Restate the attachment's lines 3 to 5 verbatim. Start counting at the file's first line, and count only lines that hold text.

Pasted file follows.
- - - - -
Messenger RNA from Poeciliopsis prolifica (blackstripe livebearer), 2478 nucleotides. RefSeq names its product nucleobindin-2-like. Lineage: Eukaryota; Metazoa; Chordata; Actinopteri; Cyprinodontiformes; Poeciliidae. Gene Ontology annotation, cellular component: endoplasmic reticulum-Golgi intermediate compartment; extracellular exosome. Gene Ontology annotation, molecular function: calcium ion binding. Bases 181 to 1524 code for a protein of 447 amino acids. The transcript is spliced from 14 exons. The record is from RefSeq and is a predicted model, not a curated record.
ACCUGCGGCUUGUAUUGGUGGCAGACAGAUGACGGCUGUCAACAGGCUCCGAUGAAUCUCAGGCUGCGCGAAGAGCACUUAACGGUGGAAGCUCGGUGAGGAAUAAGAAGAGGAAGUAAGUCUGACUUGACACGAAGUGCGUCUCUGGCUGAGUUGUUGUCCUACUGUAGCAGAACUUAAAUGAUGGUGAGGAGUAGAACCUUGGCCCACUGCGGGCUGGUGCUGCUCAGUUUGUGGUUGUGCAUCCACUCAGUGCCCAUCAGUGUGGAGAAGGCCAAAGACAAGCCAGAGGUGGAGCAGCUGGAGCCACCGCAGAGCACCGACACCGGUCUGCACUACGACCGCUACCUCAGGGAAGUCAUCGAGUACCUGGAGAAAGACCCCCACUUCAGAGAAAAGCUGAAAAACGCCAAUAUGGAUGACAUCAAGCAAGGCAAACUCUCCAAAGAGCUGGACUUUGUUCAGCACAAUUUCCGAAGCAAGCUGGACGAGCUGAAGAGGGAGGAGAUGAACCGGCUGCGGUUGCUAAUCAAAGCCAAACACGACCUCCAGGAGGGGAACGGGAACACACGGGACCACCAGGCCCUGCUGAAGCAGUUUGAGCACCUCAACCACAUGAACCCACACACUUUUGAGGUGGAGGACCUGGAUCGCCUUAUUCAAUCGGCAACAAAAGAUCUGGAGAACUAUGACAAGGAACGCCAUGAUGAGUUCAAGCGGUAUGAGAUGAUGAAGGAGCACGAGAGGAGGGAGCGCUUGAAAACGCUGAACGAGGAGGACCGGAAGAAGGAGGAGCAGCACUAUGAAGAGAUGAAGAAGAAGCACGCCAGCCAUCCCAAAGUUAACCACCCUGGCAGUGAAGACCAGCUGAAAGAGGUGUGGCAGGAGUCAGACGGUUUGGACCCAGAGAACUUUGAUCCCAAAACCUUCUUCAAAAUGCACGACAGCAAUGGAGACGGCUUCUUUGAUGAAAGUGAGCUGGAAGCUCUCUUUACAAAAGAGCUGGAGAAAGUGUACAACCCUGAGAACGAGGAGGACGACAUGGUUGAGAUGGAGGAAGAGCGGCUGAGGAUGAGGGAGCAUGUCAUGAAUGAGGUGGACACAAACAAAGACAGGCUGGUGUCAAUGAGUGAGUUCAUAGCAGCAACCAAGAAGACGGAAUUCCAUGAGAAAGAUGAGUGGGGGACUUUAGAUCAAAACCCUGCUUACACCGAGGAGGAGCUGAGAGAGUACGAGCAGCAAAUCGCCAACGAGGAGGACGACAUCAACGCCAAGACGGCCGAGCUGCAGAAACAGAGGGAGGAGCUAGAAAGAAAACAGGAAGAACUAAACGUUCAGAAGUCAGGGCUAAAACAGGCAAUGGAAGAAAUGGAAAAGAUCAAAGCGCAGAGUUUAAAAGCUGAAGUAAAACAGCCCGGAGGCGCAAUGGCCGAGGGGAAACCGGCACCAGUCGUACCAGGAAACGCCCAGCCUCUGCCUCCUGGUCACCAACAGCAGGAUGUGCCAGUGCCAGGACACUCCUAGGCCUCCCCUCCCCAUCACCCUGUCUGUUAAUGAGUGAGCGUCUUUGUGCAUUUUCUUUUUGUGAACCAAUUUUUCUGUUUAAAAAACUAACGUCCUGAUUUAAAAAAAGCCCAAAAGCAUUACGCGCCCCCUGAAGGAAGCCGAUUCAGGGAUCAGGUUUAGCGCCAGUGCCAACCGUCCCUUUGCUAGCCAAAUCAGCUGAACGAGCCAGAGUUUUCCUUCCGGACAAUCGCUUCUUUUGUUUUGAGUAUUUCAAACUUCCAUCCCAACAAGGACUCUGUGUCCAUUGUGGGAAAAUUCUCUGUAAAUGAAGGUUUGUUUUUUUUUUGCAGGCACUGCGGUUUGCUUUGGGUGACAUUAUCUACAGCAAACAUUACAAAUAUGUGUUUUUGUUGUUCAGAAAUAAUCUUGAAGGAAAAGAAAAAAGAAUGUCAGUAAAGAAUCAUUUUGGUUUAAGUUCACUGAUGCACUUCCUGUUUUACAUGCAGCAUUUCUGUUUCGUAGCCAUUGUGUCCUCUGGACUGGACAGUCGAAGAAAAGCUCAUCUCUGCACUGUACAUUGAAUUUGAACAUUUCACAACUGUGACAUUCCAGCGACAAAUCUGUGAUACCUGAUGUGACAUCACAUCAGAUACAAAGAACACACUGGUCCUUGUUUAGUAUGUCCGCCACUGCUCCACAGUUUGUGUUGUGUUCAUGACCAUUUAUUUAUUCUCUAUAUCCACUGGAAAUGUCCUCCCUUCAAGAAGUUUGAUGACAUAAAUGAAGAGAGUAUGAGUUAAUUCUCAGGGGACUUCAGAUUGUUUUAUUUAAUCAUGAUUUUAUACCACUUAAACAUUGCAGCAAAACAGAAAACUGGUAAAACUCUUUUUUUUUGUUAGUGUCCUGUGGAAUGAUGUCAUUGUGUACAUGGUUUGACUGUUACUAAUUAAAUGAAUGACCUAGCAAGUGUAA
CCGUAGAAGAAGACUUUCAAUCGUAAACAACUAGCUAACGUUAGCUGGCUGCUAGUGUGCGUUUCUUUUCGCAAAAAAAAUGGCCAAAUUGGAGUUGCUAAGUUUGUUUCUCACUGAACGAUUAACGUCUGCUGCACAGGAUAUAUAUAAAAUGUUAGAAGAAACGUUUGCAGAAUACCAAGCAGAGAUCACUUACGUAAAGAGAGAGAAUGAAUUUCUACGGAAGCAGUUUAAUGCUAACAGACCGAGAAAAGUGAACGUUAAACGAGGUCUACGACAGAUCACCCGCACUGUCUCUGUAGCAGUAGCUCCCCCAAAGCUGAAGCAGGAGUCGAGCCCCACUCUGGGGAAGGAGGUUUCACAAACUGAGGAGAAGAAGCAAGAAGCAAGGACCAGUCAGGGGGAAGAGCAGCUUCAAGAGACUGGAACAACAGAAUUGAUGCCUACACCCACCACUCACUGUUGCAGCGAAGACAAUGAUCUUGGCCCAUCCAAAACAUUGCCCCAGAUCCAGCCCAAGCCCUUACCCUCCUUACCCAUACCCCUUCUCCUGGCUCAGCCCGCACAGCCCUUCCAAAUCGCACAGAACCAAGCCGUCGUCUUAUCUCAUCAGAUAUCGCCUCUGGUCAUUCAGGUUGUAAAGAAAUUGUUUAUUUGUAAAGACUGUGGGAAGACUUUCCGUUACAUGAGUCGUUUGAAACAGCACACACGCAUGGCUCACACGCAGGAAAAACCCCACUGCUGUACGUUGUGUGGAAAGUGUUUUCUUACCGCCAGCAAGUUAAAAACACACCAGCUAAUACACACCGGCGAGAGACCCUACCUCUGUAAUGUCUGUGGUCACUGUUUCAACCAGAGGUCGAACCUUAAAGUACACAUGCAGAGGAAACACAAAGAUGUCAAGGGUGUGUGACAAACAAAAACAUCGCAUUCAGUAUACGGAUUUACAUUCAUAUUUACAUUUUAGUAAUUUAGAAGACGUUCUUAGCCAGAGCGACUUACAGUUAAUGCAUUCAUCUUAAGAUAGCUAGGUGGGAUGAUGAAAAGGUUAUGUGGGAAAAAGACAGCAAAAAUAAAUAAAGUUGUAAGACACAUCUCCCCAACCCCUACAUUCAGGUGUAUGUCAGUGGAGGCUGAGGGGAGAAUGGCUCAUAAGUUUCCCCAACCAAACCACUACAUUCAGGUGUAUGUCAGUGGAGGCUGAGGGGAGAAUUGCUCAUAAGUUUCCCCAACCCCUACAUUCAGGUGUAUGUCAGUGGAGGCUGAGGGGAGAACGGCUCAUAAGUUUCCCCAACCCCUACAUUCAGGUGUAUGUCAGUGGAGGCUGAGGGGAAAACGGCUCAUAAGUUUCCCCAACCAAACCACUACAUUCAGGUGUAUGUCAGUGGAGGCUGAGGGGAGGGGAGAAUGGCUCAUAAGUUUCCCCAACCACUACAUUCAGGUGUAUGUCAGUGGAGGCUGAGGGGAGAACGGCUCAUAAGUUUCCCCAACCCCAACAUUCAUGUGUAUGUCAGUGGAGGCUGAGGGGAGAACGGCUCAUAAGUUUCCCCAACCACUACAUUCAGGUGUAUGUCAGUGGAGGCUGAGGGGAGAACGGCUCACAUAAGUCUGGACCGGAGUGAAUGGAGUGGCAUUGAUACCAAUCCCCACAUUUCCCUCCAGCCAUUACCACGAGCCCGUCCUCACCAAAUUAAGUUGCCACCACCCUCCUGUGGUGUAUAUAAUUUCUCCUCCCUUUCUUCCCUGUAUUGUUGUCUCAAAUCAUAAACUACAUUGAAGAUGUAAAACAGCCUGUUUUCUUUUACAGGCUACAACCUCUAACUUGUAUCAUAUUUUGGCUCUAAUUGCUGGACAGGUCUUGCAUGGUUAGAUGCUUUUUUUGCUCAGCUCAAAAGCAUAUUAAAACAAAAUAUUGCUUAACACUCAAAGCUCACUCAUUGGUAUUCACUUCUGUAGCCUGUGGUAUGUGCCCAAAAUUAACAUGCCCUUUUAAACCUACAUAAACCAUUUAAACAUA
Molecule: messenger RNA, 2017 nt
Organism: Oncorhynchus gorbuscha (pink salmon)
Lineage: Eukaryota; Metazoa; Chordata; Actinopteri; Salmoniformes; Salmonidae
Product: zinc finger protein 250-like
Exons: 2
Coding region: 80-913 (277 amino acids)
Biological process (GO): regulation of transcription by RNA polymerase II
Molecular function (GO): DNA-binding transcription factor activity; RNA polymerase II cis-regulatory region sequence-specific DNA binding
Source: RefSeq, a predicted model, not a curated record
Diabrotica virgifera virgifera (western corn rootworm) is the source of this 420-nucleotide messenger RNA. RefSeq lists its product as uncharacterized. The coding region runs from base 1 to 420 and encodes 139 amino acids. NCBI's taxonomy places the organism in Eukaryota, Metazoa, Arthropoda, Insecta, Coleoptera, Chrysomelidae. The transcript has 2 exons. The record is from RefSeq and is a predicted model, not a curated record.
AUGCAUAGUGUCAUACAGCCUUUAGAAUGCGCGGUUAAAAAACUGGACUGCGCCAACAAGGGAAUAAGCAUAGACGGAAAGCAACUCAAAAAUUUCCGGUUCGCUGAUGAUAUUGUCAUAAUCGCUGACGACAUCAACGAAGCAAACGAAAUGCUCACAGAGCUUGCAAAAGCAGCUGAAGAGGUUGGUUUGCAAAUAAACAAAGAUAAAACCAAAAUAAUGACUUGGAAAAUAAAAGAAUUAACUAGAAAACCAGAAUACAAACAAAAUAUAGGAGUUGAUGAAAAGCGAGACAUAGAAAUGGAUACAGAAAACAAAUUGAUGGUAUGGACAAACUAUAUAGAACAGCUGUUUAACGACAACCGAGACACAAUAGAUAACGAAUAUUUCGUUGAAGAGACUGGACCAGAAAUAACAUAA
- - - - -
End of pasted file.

CCGUAGAAGAAGACUUUCAAUCGUAAACAACUAGCUAACGUUAGCUGGCUGCUAGUGUGCGUUUCUUUUCGCAAAAAAAAUGGCCAAAUUGGAGUUGCUAAGUUUGUUUCUCACUGAACGAUUAACGUCUGCUGCACAGGAUAUAUAUAAAAUGUUAGAAGAAACGUUUGCAGAAUACCAAGCAGAGAUCACUUACGUAAAGAGAGAGAAUGAAUUUCUACGGAAGCAGUUUAAUGCUAACAGACCGAGAAAAGUGAACGUUAAACGAGGUCUACGACAGAUCACCCGCACUGUCUCUGUAGCAGUAGCUCCCCCAAAGCUGAAGCAGGAGUCGAGCCCCACUCUGGGGAAGGAGGUUUCACAAACUGAGGAGAAGAAGCAAGAAGCAAGGACCAGUCAGGGGGAAGAGCAGCUUCAAGAGACUGGAACAACAGAAUUGAUGCCUACACCCACCACUCACUGUUGCAGCGAAGACAAUGAUCUUGGCCCAUCCAAAACAUUGCCCCAGAUCCAGCCCAAGCCCUUACCCUCCUUACCCAUACCCCUUCUCCUGGCUCAGCCCGCACAGCCCUUCCAAAUCGCACAGAACCAAGCCGUCGUCUUAUCUCAUCAGAUAUCGCCUCUGGUCAUUCAGGUUGUAAAGAAAUUGUUUAUUUGUAAAGACUGUGGGAAGACUUUCCGUUACAUGAGUCGUUUGAAACAGCACACACGCAUGGCUCACACGCAGGAAAAACCCCACUGCUGUACGUUGUGUGGAAAGUGUUUUCUUACCGCCAGCAAGUUAAAAACACACCAGCUAAUACACACCGGCGAGAGACCCUACCUCUGUAAUGUCUGUGGUCACUGUUUCAACCAGAGGUCGAACCUUAAAGUACACAUGCAGAGGAAACACAAAGAUGUCAAGGGUGUGUGACAAACAAAAACAUCGCAUUCAGUAUACGGAUUUACAUUCAUAUUUACAUUUUAGUAAUUUAGAAGACGUUCUUAGCCAGAGCGACUUACAGUUAAUGCAUUCAUCUUAAGAUAGCUAGGUGGGAUGAUGAAAAGGUUAUGUGGGAAAAAGACAGCAAAAAUAAAUAAAGUUGUAAGACACAUCUCCCCAACCCCUACAUUCAGGUGUAUGUCAGUGGAGGCUGAGGGGAGAAUGGCUCAUAAGUUUCCCCAACCAAACCACUACAUUCAGGUGUAUGUCAGUGGAGGCUGAGGGGAGAAUUGCUCAUAAGUUUCCCCAACCCCUACAUUCAGGUGUAUGUCAGUGGAGGCUGAGGGGAGAACGGCUCAUAAGUUUCCCCAACCCCUACAUUCAGGUGUAUGUCAGUGGAGGCUGAGGGGAAAACGGCUCAUAAGUUUCCCCAACCAAACCACUACAUUCAGGUGUAUGUCAGUGGAGGCUGAGGGGAGGGGAGAAUGGCUCAUAAGUUUCCCCAACCACUACAUUCAGGUGUAUGUCAGUGGAGGCUGAGGGGAGAACGGCUCAUAAGUUUCCCCAACCCCAACAUUCAUGUGUAUGUCAGUGGAGGCUGAGGGGAGAACGGCUCAUAAGUUUCCCCAACCACUACAUUCAGGUGUAUGUCAGUGGAGGCUGAGGGGAGAACGGCUCACAUAAGUCUGGACCGGAGUGAAUGGAGUGGCAUUGAUACCAAUCCCCACAUUUCCCUCCAGCCAUUACCACGAGCCCGUCCUCACCAAAUUAAGUUGCCACCACCCUCCUGUGGUGUAUAUAAUUUCUCCUCCCUUUCUUCCCUGUAUUGUUGUCUCAAAUCAUAAACUACAUUGAAGAUGUAAAACAGCCUGUUUUCUUUUACAGGCUACAACCUCUAACUUGUAUCAUAUUUUGGCUCUAAUUGCUGGACAGGUCUUGCAUGGUUAGAUGCUUUUUUUGCUCAGCUCAAAAGCAUAUUAAAACAAAAUAUUGCUUAACACUCAAAGCUCACUCAUUGGUAUUCACUUCUGUAGCCUGUGGUAUGUGCCCAAAAUUAACAUGCCCUUUUAAACCUACAUAAACCAUUUAAACAUA
Molecule: messenger RNA, 2017 nt
Organism: Oncorhynchus gorbuscha (pink salmon)